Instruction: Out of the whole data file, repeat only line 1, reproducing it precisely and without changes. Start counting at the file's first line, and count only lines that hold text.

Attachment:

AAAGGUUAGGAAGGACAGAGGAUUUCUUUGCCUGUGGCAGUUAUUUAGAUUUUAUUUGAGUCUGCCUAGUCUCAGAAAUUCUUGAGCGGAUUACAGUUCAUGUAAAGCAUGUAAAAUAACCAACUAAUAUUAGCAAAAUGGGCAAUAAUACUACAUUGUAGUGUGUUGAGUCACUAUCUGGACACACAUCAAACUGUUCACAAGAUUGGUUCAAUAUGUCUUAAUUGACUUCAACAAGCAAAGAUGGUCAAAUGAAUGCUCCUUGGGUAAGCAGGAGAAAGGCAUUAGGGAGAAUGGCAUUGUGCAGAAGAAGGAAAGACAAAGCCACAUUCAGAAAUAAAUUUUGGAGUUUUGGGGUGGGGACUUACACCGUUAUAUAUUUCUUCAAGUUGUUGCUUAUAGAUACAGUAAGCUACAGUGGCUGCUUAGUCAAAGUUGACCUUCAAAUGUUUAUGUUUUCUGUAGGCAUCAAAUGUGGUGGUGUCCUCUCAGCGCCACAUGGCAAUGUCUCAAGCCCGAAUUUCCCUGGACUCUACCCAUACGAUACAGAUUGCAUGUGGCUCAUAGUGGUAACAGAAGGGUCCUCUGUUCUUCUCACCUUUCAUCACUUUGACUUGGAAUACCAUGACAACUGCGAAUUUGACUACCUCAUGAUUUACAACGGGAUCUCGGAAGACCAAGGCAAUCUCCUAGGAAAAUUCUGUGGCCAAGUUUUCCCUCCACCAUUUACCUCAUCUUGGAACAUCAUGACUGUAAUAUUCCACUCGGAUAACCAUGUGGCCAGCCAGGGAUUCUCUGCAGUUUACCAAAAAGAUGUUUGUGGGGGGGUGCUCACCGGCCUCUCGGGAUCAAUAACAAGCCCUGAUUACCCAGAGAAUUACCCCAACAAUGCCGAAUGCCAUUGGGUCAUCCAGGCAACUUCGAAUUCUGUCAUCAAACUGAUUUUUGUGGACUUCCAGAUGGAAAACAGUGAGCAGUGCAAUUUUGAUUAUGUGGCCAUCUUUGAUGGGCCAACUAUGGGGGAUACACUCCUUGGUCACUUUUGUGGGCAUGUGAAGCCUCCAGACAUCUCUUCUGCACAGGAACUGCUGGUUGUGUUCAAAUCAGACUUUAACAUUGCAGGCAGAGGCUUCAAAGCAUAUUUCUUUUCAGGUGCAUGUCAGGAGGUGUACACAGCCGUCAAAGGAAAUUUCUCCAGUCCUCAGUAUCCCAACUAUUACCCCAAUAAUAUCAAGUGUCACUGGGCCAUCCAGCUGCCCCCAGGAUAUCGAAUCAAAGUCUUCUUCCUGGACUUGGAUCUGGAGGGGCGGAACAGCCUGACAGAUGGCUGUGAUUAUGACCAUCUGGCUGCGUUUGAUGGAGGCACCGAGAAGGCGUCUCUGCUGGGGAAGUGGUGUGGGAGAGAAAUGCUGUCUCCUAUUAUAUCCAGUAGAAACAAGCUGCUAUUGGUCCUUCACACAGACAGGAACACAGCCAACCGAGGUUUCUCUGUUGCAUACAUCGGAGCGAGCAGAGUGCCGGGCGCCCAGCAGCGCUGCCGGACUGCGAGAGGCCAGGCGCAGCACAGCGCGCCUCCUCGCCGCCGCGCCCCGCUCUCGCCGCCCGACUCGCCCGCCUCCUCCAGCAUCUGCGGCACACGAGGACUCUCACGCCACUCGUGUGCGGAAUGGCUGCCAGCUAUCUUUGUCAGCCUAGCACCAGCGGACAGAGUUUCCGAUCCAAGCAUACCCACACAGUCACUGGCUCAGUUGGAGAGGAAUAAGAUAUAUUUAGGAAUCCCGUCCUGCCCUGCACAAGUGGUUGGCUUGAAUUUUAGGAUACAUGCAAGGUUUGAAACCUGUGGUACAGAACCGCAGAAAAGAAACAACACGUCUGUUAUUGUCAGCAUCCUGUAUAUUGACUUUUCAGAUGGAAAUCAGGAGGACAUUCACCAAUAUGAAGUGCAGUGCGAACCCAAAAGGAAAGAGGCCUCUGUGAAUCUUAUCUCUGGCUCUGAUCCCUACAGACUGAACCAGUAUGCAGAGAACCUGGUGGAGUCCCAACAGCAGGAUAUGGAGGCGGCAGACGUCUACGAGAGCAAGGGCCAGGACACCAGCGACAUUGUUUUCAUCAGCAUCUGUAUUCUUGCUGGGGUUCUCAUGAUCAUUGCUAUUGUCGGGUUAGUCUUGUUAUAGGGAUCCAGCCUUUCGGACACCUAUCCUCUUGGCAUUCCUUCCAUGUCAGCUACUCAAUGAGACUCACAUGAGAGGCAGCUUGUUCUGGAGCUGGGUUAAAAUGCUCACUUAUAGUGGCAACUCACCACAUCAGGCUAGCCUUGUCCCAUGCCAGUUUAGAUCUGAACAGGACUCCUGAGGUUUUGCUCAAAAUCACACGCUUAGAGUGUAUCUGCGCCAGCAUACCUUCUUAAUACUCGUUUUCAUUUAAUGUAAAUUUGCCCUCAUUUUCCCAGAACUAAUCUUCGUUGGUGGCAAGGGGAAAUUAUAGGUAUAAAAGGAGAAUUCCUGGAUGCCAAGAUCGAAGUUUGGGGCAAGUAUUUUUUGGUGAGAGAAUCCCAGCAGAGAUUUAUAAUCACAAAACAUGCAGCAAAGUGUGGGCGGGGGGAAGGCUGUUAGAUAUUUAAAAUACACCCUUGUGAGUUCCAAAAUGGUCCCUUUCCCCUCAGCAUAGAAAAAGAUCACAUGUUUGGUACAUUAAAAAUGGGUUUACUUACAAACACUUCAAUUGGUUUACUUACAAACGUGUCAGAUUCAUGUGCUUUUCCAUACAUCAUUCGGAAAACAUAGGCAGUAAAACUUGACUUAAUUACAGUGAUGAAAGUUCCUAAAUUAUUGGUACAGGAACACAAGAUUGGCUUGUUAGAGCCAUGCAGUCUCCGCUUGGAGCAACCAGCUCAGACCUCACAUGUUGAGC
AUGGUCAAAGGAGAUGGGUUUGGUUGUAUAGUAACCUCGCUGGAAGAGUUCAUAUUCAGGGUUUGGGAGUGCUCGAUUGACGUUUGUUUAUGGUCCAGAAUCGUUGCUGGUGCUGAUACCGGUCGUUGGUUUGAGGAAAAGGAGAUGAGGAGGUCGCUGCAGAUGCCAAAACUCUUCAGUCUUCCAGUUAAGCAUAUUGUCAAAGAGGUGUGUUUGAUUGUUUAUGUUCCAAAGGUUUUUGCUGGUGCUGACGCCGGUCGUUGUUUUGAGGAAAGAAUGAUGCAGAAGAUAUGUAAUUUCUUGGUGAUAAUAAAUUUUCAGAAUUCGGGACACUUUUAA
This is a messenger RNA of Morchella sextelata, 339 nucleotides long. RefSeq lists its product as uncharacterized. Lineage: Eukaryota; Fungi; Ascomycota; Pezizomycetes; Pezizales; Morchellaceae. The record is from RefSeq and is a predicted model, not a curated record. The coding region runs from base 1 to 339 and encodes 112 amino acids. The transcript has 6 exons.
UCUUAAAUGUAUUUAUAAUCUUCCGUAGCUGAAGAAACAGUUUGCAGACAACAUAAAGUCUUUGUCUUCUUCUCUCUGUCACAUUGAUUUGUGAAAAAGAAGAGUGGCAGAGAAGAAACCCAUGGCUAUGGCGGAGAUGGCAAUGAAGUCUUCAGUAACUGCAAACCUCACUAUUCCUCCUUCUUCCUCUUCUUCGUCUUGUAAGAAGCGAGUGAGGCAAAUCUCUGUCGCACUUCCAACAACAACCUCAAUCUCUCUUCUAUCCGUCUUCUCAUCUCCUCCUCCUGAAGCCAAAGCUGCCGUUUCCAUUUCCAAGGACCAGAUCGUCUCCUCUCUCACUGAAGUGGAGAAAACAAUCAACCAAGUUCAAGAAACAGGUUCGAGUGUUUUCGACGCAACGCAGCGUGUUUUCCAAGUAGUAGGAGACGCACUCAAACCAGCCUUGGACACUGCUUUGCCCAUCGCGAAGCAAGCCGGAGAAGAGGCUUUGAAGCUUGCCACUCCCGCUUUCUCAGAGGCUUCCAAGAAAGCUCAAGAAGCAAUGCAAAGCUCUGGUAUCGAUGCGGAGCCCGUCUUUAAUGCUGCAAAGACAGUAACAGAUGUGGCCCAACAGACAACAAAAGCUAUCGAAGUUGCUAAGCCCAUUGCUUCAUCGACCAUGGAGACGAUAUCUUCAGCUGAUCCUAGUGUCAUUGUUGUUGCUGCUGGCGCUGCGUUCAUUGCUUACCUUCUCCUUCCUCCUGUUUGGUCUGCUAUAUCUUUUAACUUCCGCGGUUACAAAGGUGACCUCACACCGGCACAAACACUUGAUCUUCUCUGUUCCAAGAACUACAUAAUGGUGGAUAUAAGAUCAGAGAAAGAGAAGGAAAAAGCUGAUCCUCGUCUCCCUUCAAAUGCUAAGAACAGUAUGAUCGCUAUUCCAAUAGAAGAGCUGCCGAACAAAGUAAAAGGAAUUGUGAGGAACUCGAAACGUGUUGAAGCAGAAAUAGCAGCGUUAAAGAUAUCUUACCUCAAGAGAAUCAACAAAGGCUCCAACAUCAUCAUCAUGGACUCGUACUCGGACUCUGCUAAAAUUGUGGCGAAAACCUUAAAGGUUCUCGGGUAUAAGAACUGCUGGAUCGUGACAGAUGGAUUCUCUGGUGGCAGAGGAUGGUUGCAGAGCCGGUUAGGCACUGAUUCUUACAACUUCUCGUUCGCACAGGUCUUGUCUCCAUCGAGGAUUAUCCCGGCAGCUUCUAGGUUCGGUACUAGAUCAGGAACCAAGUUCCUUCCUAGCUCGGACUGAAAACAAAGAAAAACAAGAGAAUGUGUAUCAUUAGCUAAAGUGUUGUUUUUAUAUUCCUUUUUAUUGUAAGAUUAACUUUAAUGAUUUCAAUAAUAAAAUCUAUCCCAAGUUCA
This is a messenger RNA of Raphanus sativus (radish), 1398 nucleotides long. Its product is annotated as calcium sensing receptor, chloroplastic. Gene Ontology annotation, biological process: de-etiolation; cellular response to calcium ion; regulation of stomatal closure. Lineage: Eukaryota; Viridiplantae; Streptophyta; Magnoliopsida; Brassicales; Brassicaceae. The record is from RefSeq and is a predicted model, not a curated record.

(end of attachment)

AAAGGUUAGGAAGGACAGAGGAUUUCUUUGCCUGUGGCAGUUAUUUAGAUUUUAUUUGAGUCUGCCUAGUCUCAGAAAUUCUUGAGCGGAUUACAGUUCAUGUAAAGCAUGUAAAAUAACCAACUAAUAUUAGCAAAAUGGGCAAUAAUACUACAUUGUAGUGUGUUGAGUCACUAUCUGGACACACAUCAAACUGUUCACAAGAUUGGUUCAAUAUGUCUUAAUUGACUUCAACAAGCAAAGAUGGUCAAAUGAAUGCUCCUUGGGUAAGCAGGAGAAAGGCAUUAGGGAGAAUGGCAUUGUGCAGAAGAAGGAAAGACAAAGCCACAUUCAGAAAUAAAUUUUGGAGUUUUGGGGUGGGGACUUACACCGUUAUAUAUUUCUUCAAGUUGUUGCUUAUAGAUACAGUAAGCUACAGUGGCUGCUUAGUCAAAGUUGACCUUCAAAUGUUUAUGUUUUCUGUAGGCAUCAAAUGUGGUGGUGUCCUCUCAGCGCCACAUGGCAAUGUCUCAAGCCCGAAUUUCCCUGGACUCUACCCAUACGAUACAGAUUGCAUGUGGCUCAUAGUGGUAACAGAAGGGUCCUCUGUUCUUCUCACCUUUCAUCACUUUGACUUGGAAUACCAUGACAACUGCGAAUUUGACUACCUCAUGAUUUACAACGGGAUCUCGGAAGACCAAGGCAAUCUCCUAGGAAAAUUCUGUGGCCAAGUUUUCCCUCCACCAUUUACCUCAUCUUGGAACAUCAUGACUGUAAUAUUCCACUCGGAUAACCAUGUGGCCAGCCAGGGAUUCUCUGCAGUUUACCAAAAAGAUGUUUGUGGGGGGGUGCUCACCGGCCUCUCGGGAUCAAUAACAAGCCCUGAUUACCCAGAGAAUUACCCCAACAAUGCCGAAUGCCAUUGGGUCAUCCAGGCAACUUCGAAUUCUGUCAUCAAACUGAUUUUUGUGGACUUCCAGAUGGAAAACAGUGAGCAGUGCAAUUUUGAUUAUGUGGCCAUCUUUGAUGGGCCAACUAUGGGGGAUACACUCCUUGGUCACUUUUGUGGGCAUGUGAAGCCUCCAGACAUCUCUUCUGCACAGGAACUGCUGGUUGUGUUCAAAUCAGACUUUAACAUUGCAGGCAGAGGCUUCAAAGCAUAUUUCUUUUCAGGUGCAUGUCAGGAGGUGUACACAGCCGUCAAAGGAAAUUUCUCCAGUCCUCAGUAUCCCAACUAUUACCCCAAUAAUAUCAAGUGUCACUGGGCCAUCCAGCUGCCCCCAGGAUAUCGAAUCAAAGUCUUCUUCCUGGACUUGGAUCUGGAGGGGCGGAACAGCCUGACAGAUGGCUGUGAUUAUGACCAUCUGGCUGCGUUUGAUGGAGGCACCGAGAAGGCGUCUCUGCUGGGGAAGUGGUGUGGGAGAGAAAUGCUGUCUCCUAUUAUAUCCAGUAGAAACAAGCUGCUAUUGGUCCUUCACACAGACAGGAACACAGCCAACCGAGGUUUCUCUGUUGCAUACAUCGGAGCGAGCAGAGUGCCGGGCGCCCAGCAGCGCUGCCGGACUGCGAGAGGCCAGGCGCAGCACAGCGCGCCUCCUCGCCGCCGCGCCCCGCUCUCGCCGCCCGACUCGCCCGCCUCCUCCAGCAUCUGCGGCACACGAGGACUCUCACGCCACUCGUGUGCGGAAUGGCUGCCAGCUAUCUUUGUCAGCCUAGCACCAGCGGACAGAGUUUCCGAUCCAAGCAUACCCACACAGUCACUGGCUCAGUUGGAGAGGAAUAAGAUAUAUUUAGGAAUCCCGUCCUGCCCUGCACAAGUGGUUGGCUUGAAUUUUAGGAUACAUGCAAGGUUUGAAACCUGUGGUACAGAACCGCAGAAAAGAAACAACACGUCUGUUAUUGUCAGCAUCCUGUAUAUUGACUUUUCAGAUGGAAAUCAGGAGGACAUUCACCAAUAUGAAGUGCAGUGCGAACCCAAAAGGAAAGAGGCCUCUGUGAAUCUUAUCUCUGGCUCUGAUCCCUACAGACUGAACCAGUAUGCAGAGAACCUGGUGGAGUCCCAACAGCAGGAUAUGGAGGCGGCAGACGUCUACGAGAGCAAGGGCCAGGACACCAGCGACAUUGUUUUCAUCAGCAUCUGUAUUCUUGCUGGGGUUCUCAUGAUCAUUGCUAUUGUCGGGUUAGUCUUGUUAUAGGGAUCCAGCCUUUCGGACACCUAUCCUCUUGGCAUUCCUUCCAUGUCAGCUACUCAAUGAGACUCACAUGAGAGGCAGCUUGUUCUGGAGCUGGGUUAAAAUGCUCACUUAUAGUGGCAACUCACCACAUCAGGCUAGCCUUGUCCCAUGCCAGUUUAGAUCUGAACAGGACUCCUGAGGUUUUGCUCAAAAUCACACGCUUAGAGUGUAUCUGCGCCAGCAUACCUUCUUAAUACUCGUUUUCAUUUAAUGUAAAUUUGCCCUCAUUUUCCCAGAACUAAUCUUCGUUGGUGGCAAGGGGAAAUUAUAGGUAUAAAAGGAGAAUUCCUGGAUGCCAAGAUCGAAGUUUGGGGCAAGUAUUUUUUGGUGAGAGAAUCCCAGCAGAGAUUUAUAAUCACAAAACAUGCAGCAAAGUGUGGGCGGGGGGAAGGCUGUUAGAUAUUUAAAAUACACCCUUGUGAGUUCCAAAAUGGUCCCUUUCCCCUCAGCAUAGAAAAAGAUCACAUGUUUGGUACAUUAAAAAUGGGUUUACUUACAAACACUUCAAUUGGUUUACUUACAAACGUGUCAGAUUCAUGUGCUUUUCCAUACAUCAUUCGGAAAACAUAGGCAGUAAAACUUGACUUAAUUACAGUGAUGAAAGUUCCUAAAUUAUUGGUACAGGAACACAAGAUUGGCUUGUUAGAGCCAUGCAGUCUCCGCUUGGAGCAACCAGCUCAGACCUCACAUGUUGAGC